JFK

L'assassinat les questions

Sujet: L'interview de David Talbot par le Dallas Morning News

Créé le: Monday, January 05, 2015 - 09:08 AM

pierre.nau
Date d'inscription: Dec 13, 2015
Dernière visiteAug 30, 2019
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Sujet initié par le Webmaster le 19/05/2013:

Parues hier dans l'édition du dimanche 27 mai 2007 du Dallas Morning News, ces questions réponses avec le chercheur David Talbot.
David Talbot est l'auteur du livre "B…quot;

Quote
Q&A with Kennedy researcher David Talbot

10:15 AM CDT on Sunday, May 27, 2007

Our Q&A with David Talbot, author of "Brothers: The Hidden History of the Kennedy Years"

If, as you write, Bobby Kennedy didn't accept the Warren Commission report, why did he publicly affirm that he did?

That's the great mystery and, really, what drove me to write this book. The Kennedys were raised to keep things close to the vest. The reason I think that Bobby didn't say something that afternoon [of the assassination] was he realized that his power was fading by the minute, that LBJ hated his guts – as did Hoover, the head of the FBI. Bobby was a lonely and forlorn figure in Washington after the assassination, but he was telling people, "We have to wait till I get to the White House, then I'll reopen the case."

How do we know that LBJ rejected the Warren Report?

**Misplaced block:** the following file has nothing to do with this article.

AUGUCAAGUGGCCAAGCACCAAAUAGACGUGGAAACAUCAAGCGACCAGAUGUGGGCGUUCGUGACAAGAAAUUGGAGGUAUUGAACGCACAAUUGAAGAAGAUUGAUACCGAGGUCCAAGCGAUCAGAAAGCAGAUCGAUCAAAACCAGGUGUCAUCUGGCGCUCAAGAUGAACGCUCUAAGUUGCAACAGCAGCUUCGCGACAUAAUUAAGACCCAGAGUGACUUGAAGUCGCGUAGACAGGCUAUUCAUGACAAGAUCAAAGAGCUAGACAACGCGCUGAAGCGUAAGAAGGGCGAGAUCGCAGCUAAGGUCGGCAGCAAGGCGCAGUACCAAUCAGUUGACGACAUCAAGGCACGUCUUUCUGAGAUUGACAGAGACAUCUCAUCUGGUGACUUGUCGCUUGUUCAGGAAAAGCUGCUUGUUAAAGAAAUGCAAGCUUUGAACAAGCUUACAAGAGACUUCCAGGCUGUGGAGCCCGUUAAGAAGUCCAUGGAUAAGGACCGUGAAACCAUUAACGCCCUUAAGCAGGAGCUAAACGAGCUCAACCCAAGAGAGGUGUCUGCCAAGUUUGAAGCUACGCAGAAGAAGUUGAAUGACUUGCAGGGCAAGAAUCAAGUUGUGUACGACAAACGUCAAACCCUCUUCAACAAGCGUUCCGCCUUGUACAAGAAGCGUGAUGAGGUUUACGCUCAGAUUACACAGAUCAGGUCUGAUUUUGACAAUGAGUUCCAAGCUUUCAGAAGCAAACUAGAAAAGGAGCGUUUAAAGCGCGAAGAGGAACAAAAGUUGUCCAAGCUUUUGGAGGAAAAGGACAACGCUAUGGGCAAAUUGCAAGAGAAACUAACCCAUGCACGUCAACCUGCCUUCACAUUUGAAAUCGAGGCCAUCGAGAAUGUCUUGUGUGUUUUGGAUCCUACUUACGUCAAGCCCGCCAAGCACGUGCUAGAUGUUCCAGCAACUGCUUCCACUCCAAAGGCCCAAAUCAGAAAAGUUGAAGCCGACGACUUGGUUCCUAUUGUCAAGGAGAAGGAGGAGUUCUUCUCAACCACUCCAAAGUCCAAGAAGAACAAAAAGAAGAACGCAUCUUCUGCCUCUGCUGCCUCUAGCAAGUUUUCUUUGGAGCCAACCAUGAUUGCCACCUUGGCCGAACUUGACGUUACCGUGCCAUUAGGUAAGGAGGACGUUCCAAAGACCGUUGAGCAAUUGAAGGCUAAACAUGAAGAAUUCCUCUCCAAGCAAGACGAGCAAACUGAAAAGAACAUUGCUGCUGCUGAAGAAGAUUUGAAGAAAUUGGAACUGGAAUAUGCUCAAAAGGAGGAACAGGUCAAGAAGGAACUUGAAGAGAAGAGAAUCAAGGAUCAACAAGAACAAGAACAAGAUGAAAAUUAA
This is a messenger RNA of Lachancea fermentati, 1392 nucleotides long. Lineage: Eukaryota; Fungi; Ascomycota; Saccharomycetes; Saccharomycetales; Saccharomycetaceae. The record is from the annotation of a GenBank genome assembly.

Because he was constantly obsessed with a conspiracy, from the moment it happened. We now know that when Air Force One was at Love Field trying to take off for Washington, they couldn't do it until they found the president. The Air Force attache, Gen. Godfrey McHugh, found him cowering in the bathroom, having a panic attack, muttering "conspiracy" to himself. And Bill Moyers goes up to him later, on Air Force One, and says, "Mr. President, what are you thinking?" And he said, "I wonder when the missiles are going to start flying." Johnson continued for years after the Warren Report to talk to people, [saying] "Who do you think killed Jack?"

You believe the JFK assassination is especially relevant to the current political moment. Why?

I think after almost eight years of George W. Bush, people feel that the government is capable of just about anything. That there's a cult of secrecy in Washington, of deception, of treachery. And that didn't just start with George W. Bush. That dark strain runs through American politics. There's a thread that goes from Dallas to Guantánamo. If you can shoot down a president in broad daylight on the streets of a major American city, without a thorough investigation to get to the bottom of it, then any kind of treachery is possible in American public life.

Source: Dallas Morning News

pierre.nau
Date d'inscription: Dec 13, 2015
Dernière visiteAug 30, 2019
Messages: 871
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Monday, January 05, 2015 - 09:08 AM
Intervention de Bertrand Maury le 19/12/2013:

A propos de David Talbot et de son ouvrage Brothers: The Hidden History of the Kennedy Years:
http://www.wash…t-and-cub.html